The Survey Everyone Should Be Looking At

UPDATE: Results of CIG April 19-23, 2010 survey
26% Teodoro, 25% Villar, 16% Aquino
Read Manila Times: "Gibo top pick for first time"

The real independent survey by the Campaigns & Image Group headed by market research veteran Abbey Canturias shows that for the period of April 1-4, 2010, this is how the election climate looks:

34% Undecided, 23% Villar, 17% Teodoro, 16% Aquino, 5% Estrada, 2% Gordon, 1% Villanueva, 2% Others

Broken down by age group:

This is more believable than other surveys that make the election look like only two candidates are running, and less than 5% are undecided. Look around. Ask around. Only 5% undecided?

Here's why there's a big difference between the results of this independent survey and the two more publicized surveys.

From Malaya, April 7, 2010:
An Internet search shows Canturias is no stranger in market research. In 1991, he, along with newspaper publishers and editors, formed the Campaigns & Image Group. Through his PR management, Canturias worked in the successful vice presidential bid of Sen. Joseph Estrada in 1992. He also was Visayas Bureau chief of The Manila Times from October 1999 to March 2001 and editor in chief of The Freeman Mindanao from August 1995 until September 1999.

The Campaigns & Image Group survey, which is given to Philippine and foreign clients, has a base of 2,550 respondents.

The result of their survey, conducted April 1 to 4, on the most likely winner in the May 10 elections has Villar, Aquino, and Teodoro in that order.

CIG explained that the "irreconcilable differences" between their findings and that of Social Weather Stations and Pulse Asia "stemmed from statistical samples that are obtained in the National Capital Region and used as a random base for nationwide analysis."

From their research, CIG said they have established that "Communication strategy, messaging, and choice of media (TV and radio) win heart and minds. This observation means that: Voter response is tied to issues they hold important in their lives; audiences relate themselves to the life and experience of candidates; candidate who has leadership capability, management experience and integrity; who is perceived to be transparent, and who presents a better platform, gets higher preference; the more ads aired, the deeper messages sink in.

They also said, "Organization (logistics) wins campaigns."

They said "Preferences change over time in the run up to balloting; creating and sustaining perceptions of being ‘winnable’ are inadequate; and vote conversion drivers hold the key to victory."

On Villar, CIG said, TV’s top spender "has begun surging forward for the finish line 35 days into May 10, 2010 election day. His advantages include: a stream of nine gubernatorial defections from the ruling Lakas party; alliances with 110 congressional candidates nationwide, including 45 from the administration party; strong cooperation initiatives with two major progressive, left-leaning groups.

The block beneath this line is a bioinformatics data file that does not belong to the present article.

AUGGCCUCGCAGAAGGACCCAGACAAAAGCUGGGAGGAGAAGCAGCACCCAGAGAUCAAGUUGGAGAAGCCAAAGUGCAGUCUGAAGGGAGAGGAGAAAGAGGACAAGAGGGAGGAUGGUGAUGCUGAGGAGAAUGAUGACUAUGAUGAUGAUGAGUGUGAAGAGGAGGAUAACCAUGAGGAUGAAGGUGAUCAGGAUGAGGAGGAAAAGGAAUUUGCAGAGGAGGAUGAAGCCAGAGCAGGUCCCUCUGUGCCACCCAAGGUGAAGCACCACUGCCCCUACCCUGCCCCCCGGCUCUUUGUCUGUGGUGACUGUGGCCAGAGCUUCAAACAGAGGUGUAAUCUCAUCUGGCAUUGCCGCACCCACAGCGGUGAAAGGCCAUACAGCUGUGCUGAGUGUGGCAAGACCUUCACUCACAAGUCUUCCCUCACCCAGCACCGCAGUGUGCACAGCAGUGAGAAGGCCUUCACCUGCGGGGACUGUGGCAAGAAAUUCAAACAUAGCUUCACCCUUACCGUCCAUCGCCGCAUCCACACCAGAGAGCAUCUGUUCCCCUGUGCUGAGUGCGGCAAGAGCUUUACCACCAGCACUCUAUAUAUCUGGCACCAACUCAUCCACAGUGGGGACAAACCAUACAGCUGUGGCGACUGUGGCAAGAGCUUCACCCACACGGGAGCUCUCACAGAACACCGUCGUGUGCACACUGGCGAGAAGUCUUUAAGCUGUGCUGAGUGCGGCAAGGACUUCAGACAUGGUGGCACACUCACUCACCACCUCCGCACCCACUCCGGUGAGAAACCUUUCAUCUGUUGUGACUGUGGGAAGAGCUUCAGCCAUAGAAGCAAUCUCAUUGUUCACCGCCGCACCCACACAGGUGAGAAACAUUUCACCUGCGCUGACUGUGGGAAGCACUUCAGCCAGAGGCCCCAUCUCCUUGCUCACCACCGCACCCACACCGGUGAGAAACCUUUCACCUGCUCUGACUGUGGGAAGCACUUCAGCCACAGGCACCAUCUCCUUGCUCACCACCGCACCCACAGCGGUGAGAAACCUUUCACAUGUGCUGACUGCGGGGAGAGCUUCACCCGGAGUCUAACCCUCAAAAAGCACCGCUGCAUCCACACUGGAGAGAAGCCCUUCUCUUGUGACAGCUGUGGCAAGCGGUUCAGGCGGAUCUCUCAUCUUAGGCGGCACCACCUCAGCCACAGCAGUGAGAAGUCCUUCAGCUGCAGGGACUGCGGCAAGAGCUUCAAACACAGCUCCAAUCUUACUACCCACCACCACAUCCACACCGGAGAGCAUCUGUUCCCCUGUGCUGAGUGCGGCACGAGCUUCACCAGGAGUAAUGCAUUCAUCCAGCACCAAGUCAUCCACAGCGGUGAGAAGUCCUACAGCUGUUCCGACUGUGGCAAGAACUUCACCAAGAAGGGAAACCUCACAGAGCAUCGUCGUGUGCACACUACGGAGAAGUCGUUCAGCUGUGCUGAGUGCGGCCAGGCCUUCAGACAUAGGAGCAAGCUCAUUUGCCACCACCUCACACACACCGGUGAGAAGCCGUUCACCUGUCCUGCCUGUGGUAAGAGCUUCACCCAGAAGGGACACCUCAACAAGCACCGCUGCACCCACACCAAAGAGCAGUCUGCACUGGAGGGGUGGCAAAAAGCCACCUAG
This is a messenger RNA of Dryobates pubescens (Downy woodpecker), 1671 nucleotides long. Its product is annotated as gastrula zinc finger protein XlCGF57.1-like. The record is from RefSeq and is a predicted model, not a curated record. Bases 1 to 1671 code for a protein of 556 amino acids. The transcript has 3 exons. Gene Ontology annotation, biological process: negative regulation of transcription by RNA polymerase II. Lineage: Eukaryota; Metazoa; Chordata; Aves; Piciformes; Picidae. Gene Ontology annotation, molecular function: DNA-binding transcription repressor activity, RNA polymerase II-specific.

"Although under strain from allegations he was not the poor guy his TV ads impressed upon the public mind, he has gained a formidable ascendancy–challenged and hard-pressed on top of positive gains in the last three months from a TV and radio mileage that runs with a prime-time exposure of more than 96 minutes per day on major networks. As intensive TV advertising and word-of-mouth campaigns raise public awareness on the senator’s ascendancy and platform, the top-of-mind shares of Villar has begun to pay off into vote conversions," CIG said.

CIG also said the 60-year old Villar by far is the most prepared presidential aspirant–logistically and functionally. His central staff oversees well-coordinated, efficient, well-financed teams that touched base with NGOs, communities, corporations, and influential families across 51 million voters nationwide. Men and women on the ground use person-to-person, person-to-companies, person-to-groups, and person-to-organizations to present his platform and solicit support.

"Altogether his candidacy is expected to rake in 31% of the national vote," CIG said.

On Aquino, CIG said his slide from his high ratings late last year "had been largely attributed to widespread perception by the public about his lack of management experience and leadership capability, on the one hand, and dependence on the legacy of his parents (former president Corazon Aquino and Benigno Aquino), on the other.

Despite the slide in his acceptability ratings, he remained popular though in the National Capital Region and townships around Metro Manila where voters are known to support candidates perceived to be the "genuine opposition."

CIG said "the Aquino campaign, mobilized only late in October 2009, has been hamstrung by a weak organization and inadequate funds. It has gained little from the defections that struck the ruling party Lakas toward the end of March 2010 and is getting less lift from cash-strapped allies in 81 provinces of the country where the Liberal Party fielded "token" candidates."

"The outpouring of respect and sense of loss (that was felt nationwide during the funeral procession for his mother emerged) has soon died out; it cannot sustain the emotional hype upon which his presidential draft was set," the survey group said.

CIG, which caters to the business community, said, the good-versus-evil messaging Aquino had used against opponents, has apparently produced a strong adverse reaction.

"Voters in the industrial sector had expected him to avoid mudslinging and present a decent, high-level, platform-oriented campaign. For most of them he sounded ‘vindictive’ and crying out for revenge for the scorn President Arroyo has had shown against his mother," CIG said.